US3666587 *Sep 29, 1969May 30, 1972American Optical CorpMethod of making a laminated light-conducting fiber material
US3871935 *Mar 14, 1974Mar 18, 1975Bell Telephone Labor IncMethod of encapsulating and terminating the fibers of an optical fiber ribbon
US4138193 *Sep 27, 1977Feb 6, 1979General Cable CorporationMultiple fiber laminate for optical waveguides
US4541882 *Jul 25, 1984Sep 17, 1985Kollmorgen Technologies CorporationProcess for the manufacture of substrates to interconnect electronic components and articles made by said process
US4715700 *May 7, 1985Dec 29, 1987Maurice DanielLight emitting optical fiber assemblies including light controlling
US5204925 *Sep 11, 1991Apr 20, 1993At&T Bell LaboratoriesOptical interconnection of circuit packs
US5259051 *Aug 28, 1992Nov 2, 1993At&T Bell LaboratoriesOptical fiber interconnection apparatus and methods of making interconnections
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US5394504 *Feb 24, 1994Feb 28, 1995At&T Corp.Optical fiber encapsulation techniques
Non-Patent Citations
Reference
1"Electro-Optical Board Technology Based on Discrete Wiring," by W. Delbare et al., presented at 1991 International Electronics Packaging Conference, Sep. 17, 1991, pp. 604-618.
2 *Electro Optical Board Technology Based on Discrete Wiring, by W. Delbare et al., presented at 1991 International Electronics Packaging Conference, Sep. 17, 1991, pp. 604 618.
Referenced by
Citing PatentFiling datePublication dateApplicantTitle
US6005991 *Nov 26, 1997Dec 21, 1999Us Conec LtdPrinted circuit board assembly having a flexible optical circuit and associated fabrication method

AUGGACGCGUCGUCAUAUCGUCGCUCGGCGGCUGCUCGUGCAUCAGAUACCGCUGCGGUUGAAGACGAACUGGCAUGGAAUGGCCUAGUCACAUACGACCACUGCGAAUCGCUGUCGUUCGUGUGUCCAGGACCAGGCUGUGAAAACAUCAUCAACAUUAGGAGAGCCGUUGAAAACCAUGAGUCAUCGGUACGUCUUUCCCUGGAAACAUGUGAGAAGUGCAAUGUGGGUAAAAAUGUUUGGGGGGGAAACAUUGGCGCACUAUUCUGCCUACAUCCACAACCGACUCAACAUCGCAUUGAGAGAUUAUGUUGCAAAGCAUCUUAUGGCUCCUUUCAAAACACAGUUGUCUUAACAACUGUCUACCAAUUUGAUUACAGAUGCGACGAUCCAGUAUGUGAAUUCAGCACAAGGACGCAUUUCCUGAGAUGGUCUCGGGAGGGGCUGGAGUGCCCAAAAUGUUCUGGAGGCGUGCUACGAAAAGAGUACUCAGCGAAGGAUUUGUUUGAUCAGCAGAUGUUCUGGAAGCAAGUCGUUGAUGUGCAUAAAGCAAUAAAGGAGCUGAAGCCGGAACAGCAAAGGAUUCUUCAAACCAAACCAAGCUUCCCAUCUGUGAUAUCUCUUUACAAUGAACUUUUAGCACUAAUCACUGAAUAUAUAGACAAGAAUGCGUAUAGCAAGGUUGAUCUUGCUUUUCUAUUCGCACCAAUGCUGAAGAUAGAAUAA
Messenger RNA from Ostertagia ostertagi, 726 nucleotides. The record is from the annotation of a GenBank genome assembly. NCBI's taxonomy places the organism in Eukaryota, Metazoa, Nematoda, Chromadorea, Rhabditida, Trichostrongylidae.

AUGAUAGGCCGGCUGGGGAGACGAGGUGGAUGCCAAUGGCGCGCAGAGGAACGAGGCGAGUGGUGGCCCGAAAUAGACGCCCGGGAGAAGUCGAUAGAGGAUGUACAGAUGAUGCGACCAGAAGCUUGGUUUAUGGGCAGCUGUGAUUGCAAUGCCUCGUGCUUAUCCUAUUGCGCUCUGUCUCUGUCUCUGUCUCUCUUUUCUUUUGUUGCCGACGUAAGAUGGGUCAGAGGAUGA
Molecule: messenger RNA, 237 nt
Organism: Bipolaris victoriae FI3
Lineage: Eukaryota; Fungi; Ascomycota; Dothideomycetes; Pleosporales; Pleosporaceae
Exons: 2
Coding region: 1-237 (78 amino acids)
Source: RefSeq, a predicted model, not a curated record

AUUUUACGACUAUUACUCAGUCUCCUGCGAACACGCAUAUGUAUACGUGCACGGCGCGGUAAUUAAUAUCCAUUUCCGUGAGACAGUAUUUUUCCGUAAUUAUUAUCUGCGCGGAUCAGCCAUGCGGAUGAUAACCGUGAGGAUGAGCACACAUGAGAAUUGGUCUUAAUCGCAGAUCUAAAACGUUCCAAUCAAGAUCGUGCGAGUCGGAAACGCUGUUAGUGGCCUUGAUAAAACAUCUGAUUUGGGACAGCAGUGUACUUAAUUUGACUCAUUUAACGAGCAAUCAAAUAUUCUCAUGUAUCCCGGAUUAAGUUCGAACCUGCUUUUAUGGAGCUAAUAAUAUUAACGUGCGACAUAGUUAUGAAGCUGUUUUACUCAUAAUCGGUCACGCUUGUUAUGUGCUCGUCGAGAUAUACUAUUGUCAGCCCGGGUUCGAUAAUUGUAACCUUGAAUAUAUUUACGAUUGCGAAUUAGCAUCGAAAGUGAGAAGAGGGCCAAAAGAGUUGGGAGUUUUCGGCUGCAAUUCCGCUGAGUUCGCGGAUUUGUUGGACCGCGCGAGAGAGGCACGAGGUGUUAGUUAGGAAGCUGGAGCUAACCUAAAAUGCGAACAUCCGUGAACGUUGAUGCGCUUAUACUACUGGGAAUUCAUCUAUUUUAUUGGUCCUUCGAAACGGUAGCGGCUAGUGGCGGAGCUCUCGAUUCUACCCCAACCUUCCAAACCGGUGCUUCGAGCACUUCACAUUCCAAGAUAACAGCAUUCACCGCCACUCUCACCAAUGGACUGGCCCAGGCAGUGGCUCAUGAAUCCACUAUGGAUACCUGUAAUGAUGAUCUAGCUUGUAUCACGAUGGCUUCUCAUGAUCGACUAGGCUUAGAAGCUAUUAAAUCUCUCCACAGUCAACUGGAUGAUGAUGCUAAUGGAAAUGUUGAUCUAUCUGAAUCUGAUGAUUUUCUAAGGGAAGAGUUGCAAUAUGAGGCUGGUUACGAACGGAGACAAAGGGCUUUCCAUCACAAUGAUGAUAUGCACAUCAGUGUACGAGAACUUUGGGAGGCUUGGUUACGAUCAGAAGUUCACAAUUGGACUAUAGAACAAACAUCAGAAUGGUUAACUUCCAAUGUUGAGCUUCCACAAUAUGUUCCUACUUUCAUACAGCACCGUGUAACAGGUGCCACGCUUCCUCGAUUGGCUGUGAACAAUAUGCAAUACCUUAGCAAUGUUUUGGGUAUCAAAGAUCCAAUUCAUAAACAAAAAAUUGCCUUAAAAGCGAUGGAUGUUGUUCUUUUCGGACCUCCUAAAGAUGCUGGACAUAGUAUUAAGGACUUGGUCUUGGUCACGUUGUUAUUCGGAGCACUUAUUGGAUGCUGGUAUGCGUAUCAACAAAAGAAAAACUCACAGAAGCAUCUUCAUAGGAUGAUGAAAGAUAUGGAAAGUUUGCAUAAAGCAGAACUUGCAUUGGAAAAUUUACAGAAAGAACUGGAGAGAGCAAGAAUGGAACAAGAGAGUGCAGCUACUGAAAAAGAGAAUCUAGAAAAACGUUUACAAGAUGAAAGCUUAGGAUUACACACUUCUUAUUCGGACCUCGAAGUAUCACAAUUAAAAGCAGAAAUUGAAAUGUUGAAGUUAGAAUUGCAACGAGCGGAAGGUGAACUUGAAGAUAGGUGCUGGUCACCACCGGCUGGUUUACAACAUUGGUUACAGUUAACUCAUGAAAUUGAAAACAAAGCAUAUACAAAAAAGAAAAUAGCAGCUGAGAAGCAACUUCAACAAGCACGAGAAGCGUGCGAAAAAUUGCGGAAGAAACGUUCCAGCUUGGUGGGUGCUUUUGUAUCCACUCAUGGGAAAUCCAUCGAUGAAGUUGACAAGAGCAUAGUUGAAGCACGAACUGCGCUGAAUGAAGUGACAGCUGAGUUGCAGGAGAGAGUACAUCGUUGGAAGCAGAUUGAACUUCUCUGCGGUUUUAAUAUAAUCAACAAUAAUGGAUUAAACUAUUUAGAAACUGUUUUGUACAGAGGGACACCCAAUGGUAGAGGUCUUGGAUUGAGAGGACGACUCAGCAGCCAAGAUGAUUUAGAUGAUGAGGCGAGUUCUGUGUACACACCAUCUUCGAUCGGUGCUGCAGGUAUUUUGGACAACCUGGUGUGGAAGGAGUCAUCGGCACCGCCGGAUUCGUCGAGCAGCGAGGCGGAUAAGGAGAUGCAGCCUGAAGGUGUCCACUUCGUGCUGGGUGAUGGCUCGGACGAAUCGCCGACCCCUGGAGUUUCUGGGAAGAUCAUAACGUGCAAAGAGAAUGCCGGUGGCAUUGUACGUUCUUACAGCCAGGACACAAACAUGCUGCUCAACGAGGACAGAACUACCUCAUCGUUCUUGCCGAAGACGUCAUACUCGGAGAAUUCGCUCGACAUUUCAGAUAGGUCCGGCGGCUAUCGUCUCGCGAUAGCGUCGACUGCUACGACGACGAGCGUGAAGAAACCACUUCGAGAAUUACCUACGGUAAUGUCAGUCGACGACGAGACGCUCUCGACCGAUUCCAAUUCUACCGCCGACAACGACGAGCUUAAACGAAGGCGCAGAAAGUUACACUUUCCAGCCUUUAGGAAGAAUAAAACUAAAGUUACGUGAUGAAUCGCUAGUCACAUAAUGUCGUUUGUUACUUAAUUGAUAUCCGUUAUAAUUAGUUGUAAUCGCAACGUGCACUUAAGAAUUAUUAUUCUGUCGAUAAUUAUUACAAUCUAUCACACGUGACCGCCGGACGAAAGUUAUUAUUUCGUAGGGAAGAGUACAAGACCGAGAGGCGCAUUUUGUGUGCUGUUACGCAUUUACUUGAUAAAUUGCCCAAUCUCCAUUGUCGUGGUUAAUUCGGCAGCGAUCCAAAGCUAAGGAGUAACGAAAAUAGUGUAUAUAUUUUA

US6127276 *Aug 24, 1998Oct 3, 2000United Microelectronics CorpMethod of formation for a via opening
US6181863Feb 17, 1998Jan 30, 2001Telefonaktiebolaget Lm Ericsson (Publ)Lamination of optical fiber flexfoils
US6272263Aug 13, 1998Aug 7, 2001Ulrich SchrickerFibre optic routing system
US6712525 *Nov 11, 1999Mar 30, 2004Tomoegawa Paper Co., Ltd.Optical connecting component
US6873781Mar 11, 2003Mar 29, 20053M Innovative Properties CompanyOptical fiber wiring board
US7130498Oct 16, 2003Oct 31, 20063M Innovative Properties CompanyMulti-layer optical circuit and method for making
EP0898188A1 *Aug 14, 1997Feb 24, 1999W.L. GORE & ASSOCIATESFibre optic routing board and connector therefore
WO1998036307A2 *Feb 18, 1998Aug 20, 1998Ericsson Telefon Ab L MLamination of optical fiber flexfoils
Classifications
U.S. Classification156/285, 385/80, 385/139, 156/382
International ClassificationG02B6/24, G02B6/00, G02B6/36, G02B6/44, B29C51/10, G02B6/43, B29D11/00
Cooperative ClassificationB29C2791/006, B29C2791/007, B32B37/1018, B29D11/00663, G02B6/43, B29L2011/0075, B29C51/10, G02B6/3628, G02B6/448
European ClassificationG02B6/36M, B29D11/00G, B32B37/10B, G02B6/44C9B, G02B6/43
Legal Events
DateCodeEventDescription
Feb 8, 2005FPExpired due to failure to pay maintenance fee
Effective date: 20041210
Dec 10, 2004LAPSLapse for failure to pay maintenance fees
Jun 30, 2004REMIMaintenance fee reminder mailed
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Owner name: FITEL USA CORPORATION, GEORGIA
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Effective date: 20010222
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Oct 8, 1996ASAssignment
Owner name: LUCENT TECHNOLOGIES, INC., NEW JERSEY
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Jan 20, 1995ASAssignment
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Free format text: ASSIGNMENT OF ASSIGNORS INTEREST;ASSIGNORS:BURACK, JOHN JOSEPH;LING, HUNG CHI;SIMCHOCK, FREDERICK;REEL/FRAME:007336/0220
Effective date: 19950113